The Golden Rural

The Golden Rural

It’s dark and eerie in the barnyard at 4:50 a.m.

The unblinking stars watch me from above, and a golden crescent of moon squints on the horizon…but it does nothing to dispel the gloom shrouding the barnyard. There can be no more dismal start to a day, yet this is the hour when the muddy wheels of farm life begin to turn.

Across the heartland, farmers pull on their boots—ignoring yesterday’s aches and pains, trying hard to forget their disappointments. The lingering drought. The cow that died. The grim outlook for the small American farmer.

Just the other day a farmer’s pregnant cows mired themselves to death in our bog. I remember well the bleak look on the farmer’s face as he stood amid the smoky haze of the campfire, staring at the carcasses of his cattle.

“It’s like the Gates of Hell, here,” he said. “…Like the Gates of Hell.” Then taking out his gun, he shot the last suffering cow in the head.  He turned to go. “People don’t know what a farmer has to go through to get a steak to their tables,” he said. “They have no idea.”

I think about that now as I trudge toward the darkened goat barn. The old barn looks decrepit even in the starlight—leaning hard toward the east as though longing for the resurrection. This barn’s seen many generations of our family come and go, and I always suspect that the spirits of my grandparents may be lingering here, watching me do the family chores that we’ve done for endless decades.

I peer inside the barn cautiously, not sure what I’ll find. The dim light of the warming box shines on tiny goats lying in the straw… Triplets born just yesterday. Their bodies are motionless, and I catch my breath sharply.

They’re dead. Every one of them.

Oh you wretched Gates of Hell! Why, oh why—

Suddenly, I see movement. A furry, little face appears from the tangle of bodies. Then another and another. I can’t help but laugh out loud. “The-Gates-of- Hell-Shall-Not- Prevail!” Sleepy eyes blink at me and I feel a rush of joy as I scoop the babies into my arms. I can sense my Grandpa grinning at me from the shadows— proud to see me sitting out here in the goat dung at 5:00 a.m.

Retrieving the milk bottles, I start to feed the babies, listening to the scuffling going on in the adjoining pen. Angel and Sissy and Buddy Boy…the restless ones, no doubt. Never content, always fussing.

“Hey you! Give it a break!”

The scuffling continues unabated. Amid the rustle of goats, I can almost hear the sound of laughter, wafting on the night breeze—drifting through the cracks of the old barn. Phantom echoes…bits of conversation wending their way past the wall-hung tools…Muddy tools, their handles worn down by the calluses of several generations.

My kinfolk worked themselves to death right here in the barnyard. Just a few feet from me is where my Great Uncle Harvey collapsed and died while feeding cattle. Died with his boots on.  Grandma, too, suffered some fatal attack not far from here. The old timers half-killed themselves trying to make a living on this old home place. Oh, the stories these barn walls could tell! All the sweat, the tears, the heartache…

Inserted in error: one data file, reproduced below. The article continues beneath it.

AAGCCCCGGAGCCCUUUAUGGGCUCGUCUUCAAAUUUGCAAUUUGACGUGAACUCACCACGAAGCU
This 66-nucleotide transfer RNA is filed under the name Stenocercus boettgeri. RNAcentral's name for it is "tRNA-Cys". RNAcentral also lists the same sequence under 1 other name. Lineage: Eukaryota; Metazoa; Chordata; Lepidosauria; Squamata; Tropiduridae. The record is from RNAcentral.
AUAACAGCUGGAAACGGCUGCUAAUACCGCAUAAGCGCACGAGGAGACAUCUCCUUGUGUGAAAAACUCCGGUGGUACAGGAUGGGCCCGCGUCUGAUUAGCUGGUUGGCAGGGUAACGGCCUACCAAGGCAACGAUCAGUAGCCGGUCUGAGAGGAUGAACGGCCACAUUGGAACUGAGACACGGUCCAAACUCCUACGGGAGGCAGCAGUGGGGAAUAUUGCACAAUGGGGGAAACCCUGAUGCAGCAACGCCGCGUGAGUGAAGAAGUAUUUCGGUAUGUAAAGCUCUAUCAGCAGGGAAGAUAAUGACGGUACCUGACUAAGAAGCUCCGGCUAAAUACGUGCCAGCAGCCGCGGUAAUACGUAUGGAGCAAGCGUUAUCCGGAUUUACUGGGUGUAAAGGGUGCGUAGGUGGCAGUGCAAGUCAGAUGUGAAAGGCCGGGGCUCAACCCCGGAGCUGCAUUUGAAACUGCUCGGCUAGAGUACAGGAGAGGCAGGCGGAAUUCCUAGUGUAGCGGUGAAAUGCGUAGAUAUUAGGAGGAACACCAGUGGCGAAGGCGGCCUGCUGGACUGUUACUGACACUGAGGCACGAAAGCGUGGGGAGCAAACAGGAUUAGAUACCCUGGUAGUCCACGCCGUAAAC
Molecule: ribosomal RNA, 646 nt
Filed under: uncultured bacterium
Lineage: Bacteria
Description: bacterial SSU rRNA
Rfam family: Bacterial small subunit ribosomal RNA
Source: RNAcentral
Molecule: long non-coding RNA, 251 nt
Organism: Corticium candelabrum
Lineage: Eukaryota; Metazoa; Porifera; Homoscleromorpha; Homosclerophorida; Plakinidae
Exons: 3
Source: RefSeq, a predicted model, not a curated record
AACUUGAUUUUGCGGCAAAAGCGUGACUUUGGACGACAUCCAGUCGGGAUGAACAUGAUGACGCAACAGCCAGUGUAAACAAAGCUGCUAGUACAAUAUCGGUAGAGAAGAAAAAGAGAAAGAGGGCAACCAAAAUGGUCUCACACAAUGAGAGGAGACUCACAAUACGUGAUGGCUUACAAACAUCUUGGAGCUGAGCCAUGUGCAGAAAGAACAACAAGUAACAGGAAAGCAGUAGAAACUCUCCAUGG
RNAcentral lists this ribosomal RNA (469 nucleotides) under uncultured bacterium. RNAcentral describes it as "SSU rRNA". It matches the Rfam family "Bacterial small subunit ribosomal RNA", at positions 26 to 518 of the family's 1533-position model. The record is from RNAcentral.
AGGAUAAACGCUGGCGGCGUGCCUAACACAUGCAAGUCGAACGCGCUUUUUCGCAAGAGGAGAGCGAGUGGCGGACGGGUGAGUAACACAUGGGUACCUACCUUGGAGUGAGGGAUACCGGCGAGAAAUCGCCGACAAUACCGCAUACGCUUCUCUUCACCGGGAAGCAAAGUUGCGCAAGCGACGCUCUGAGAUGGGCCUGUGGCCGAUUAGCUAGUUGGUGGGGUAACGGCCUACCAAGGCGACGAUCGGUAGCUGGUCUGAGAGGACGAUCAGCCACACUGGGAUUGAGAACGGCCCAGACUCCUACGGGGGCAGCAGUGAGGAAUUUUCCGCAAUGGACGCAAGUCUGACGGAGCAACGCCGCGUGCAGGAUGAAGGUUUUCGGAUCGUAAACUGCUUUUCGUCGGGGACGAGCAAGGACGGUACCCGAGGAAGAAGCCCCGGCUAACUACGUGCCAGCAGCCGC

…And the visions of stalking death angels.

My dad says he could sense the death angel near Grandma that last day she spent in the barnyard.

I quell a shiver and peer out the doorway, glad to see that the darkness is beginning to lift. Day is coming. The crescent moon slips beneath the covers of the western horizon. The watching eyes of the stars grow faint and sleepy. Soon, they blink out altogether and the sun bursts forth to stand guard in their place.

There’s a flurry of activity at the farmhouse. A door slams and a cheery voice calls.

Stiffly, I get to my feet, placing the baby goats back in their warming box. Stepping outside, I stand gazing across the rural countryside. A brilliant sun eases higher on the horizon, gilding the fences and windmill with gold…pure gold. The country roads are paved with it, too, and the leaning barn looks like a shining mansion on the hilltop.

Heaven on earth—these Barada Hills.

Some might call them the Gates of Hell, but I hardly think so. They look more like the Gates of Heaven to me. I sure love these old hills and the life I’m living here…Well, most of the time, anyway.

I look back at the goat pen. “Angel…! Got your halo stuck in the fence, again?” I sigh.

“Hey—you there, Sissy!” Sissy is outside the pen, as usual. And farther on, the lusty Buddy Boy is hard at work, chasing his siblings with incestuous abandon.

I stretch my stiff muscles and yawn. It’s going to be a good one, all right…a good day in our corner of the heartland. ‘Cause the Gates-of-Hell-Shall-Not-Prevail.

Not here in God’s Country….!


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